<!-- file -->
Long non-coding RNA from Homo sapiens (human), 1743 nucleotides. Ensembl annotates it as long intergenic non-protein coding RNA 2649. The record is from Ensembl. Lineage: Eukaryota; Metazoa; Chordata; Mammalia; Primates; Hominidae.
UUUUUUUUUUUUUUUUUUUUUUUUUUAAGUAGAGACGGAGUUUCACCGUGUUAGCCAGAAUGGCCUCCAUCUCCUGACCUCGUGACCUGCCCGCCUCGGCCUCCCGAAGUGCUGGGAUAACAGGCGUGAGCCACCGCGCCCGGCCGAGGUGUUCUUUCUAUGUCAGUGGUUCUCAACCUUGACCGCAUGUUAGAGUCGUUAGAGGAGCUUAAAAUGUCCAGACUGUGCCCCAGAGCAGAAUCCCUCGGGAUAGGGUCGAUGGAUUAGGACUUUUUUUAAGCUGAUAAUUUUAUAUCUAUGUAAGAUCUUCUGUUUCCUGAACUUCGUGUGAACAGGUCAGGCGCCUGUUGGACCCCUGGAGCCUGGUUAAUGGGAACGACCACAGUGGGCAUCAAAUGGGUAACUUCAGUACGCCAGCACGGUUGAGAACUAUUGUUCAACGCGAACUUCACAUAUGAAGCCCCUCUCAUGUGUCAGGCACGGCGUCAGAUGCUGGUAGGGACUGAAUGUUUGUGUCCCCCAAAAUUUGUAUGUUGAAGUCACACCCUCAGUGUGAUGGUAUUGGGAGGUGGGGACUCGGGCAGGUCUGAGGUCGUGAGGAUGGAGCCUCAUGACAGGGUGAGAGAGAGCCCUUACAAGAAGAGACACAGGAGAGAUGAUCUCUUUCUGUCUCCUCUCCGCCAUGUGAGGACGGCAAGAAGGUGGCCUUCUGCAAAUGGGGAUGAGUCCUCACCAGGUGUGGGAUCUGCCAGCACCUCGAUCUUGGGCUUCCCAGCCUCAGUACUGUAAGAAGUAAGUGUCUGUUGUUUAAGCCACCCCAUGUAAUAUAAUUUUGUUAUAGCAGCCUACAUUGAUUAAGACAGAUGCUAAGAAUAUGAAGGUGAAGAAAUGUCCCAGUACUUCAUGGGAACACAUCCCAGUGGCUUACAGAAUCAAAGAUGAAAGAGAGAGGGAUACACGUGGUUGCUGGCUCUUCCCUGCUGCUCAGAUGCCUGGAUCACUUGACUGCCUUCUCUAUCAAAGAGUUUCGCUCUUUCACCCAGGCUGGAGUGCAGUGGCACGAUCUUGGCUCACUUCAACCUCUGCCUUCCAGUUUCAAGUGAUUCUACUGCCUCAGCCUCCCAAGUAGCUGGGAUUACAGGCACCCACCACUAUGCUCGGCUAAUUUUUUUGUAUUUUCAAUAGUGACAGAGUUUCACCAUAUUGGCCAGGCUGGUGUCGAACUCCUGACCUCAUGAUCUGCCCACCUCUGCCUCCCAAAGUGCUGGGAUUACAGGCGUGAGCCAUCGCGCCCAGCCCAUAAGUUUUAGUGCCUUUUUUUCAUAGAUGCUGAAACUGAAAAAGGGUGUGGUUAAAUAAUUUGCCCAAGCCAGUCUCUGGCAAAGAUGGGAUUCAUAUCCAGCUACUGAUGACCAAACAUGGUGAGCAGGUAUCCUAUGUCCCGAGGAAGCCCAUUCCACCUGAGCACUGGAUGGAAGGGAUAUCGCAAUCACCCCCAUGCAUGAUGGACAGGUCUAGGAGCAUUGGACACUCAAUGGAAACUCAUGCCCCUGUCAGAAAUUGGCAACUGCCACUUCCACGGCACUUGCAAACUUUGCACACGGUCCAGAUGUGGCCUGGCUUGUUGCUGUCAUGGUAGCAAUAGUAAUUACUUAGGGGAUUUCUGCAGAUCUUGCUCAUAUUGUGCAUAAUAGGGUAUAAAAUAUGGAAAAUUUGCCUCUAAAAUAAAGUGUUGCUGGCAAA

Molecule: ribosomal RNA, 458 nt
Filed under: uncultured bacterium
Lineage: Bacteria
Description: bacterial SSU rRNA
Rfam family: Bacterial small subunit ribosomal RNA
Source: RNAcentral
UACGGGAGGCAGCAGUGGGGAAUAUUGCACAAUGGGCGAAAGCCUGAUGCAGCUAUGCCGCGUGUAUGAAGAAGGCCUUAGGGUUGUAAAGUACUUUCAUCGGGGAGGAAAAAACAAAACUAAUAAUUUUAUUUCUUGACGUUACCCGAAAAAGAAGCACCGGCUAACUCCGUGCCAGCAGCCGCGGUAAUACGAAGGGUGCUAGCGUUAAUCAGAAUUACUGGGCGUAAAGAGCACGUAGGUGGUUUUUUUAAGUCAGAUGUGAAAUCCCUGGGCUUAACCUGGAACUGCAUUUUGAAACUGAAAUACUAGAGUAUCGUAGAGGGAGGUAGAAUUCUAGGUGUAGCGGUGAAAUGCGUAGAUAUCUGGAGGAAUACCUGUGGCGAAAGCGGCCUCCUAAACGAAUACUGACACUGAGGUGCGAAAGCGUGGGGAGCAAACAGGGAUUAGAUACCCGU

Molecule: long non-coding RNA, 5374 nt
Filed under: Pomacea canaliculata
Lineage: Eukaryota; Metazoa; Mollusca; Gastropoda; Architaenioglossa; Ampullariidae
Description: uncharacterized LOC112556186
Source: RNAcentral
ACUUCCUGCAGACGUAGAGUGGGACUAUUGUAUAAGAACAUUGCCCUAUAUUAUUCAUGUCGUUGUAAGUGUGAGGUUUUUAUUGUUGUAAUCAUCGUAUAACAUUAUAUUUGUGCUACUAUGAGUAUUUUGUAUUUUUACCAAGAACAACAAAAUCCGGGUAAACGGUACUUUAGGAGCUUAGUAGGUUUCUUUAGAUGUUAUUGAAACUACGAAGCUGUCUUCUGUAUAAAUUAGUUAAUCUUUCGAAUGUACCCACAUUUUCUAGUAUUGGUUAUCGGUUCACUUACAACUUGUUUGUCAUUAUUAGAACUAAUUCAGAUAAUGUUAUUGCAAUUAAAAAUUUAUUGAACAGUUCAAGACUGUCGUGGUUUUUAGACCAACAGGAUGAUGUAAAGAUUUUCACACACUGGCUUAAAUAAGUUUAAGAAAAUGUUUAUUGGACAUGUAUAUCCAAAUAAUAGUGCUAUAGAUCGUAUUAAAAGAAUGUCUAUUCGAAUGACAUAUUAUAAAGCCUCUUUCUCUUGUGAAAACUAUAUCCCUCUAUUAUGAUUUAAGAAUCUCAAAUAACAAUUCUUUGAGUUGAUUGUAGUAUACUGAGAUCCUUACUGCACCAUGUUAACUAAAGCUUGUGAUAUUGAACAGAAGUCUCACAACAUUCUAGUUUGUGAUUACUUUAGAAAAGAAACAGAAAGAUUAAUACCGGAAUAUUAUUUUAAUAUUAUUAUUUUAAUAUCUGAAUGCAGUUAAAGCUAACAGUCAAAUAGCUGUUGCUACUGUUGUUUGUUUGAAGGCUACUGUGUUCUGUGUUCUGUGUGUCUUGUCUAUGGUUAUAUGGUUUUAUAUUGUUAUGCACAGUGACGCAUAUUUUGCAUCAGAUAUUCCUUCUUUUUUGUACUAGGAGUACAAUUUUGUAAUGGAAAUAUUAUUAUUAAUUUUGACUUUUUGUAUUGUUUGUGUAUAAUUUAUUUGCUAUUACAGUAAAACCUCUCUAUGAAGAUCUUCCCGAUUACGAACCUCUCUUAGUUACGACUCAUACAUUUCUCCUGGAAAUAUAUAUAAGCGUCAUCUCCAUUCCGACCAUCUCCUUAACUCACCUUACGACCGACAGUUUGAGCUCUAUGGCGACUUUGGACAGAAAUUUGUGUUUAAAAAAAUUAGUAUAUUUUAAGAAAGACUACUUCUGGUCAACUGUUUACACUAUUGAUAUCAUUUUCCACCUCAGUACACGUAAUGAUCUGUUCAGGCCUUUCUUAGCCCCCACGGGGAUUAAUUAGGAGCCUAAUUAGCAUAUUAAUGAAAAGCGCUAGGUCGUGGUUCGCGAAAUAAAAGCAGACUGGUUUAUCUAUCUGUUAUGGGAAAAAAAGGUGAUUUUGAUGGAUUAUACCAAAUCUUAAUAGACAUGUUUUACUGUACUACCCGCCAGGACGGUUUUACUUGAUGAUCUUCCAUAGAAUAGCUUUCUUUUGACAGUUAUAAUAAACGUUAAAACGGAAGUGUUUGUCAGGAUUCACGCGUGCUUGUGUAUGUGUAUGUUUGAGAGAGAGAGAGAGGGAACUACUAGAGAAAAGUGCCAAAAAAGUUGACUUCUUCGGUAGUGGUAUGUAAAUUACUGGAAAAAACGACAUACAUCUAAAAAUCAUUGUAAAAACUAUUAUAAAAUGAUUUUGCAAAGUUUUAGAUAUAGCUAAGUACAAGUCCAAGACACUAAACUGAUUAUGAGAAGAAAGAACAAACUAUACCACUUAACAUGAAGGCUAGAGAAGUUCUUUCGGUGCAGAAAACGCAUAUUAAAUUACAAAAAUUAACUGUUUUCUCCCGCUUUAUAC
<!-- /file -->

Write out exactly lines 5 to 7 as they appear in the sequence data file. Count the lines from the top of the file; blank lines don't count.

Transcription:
Lineage: Bacteria
Description: bacterial SSU rRNA
Rfam family: Bacterial small subunit ribosomal RNA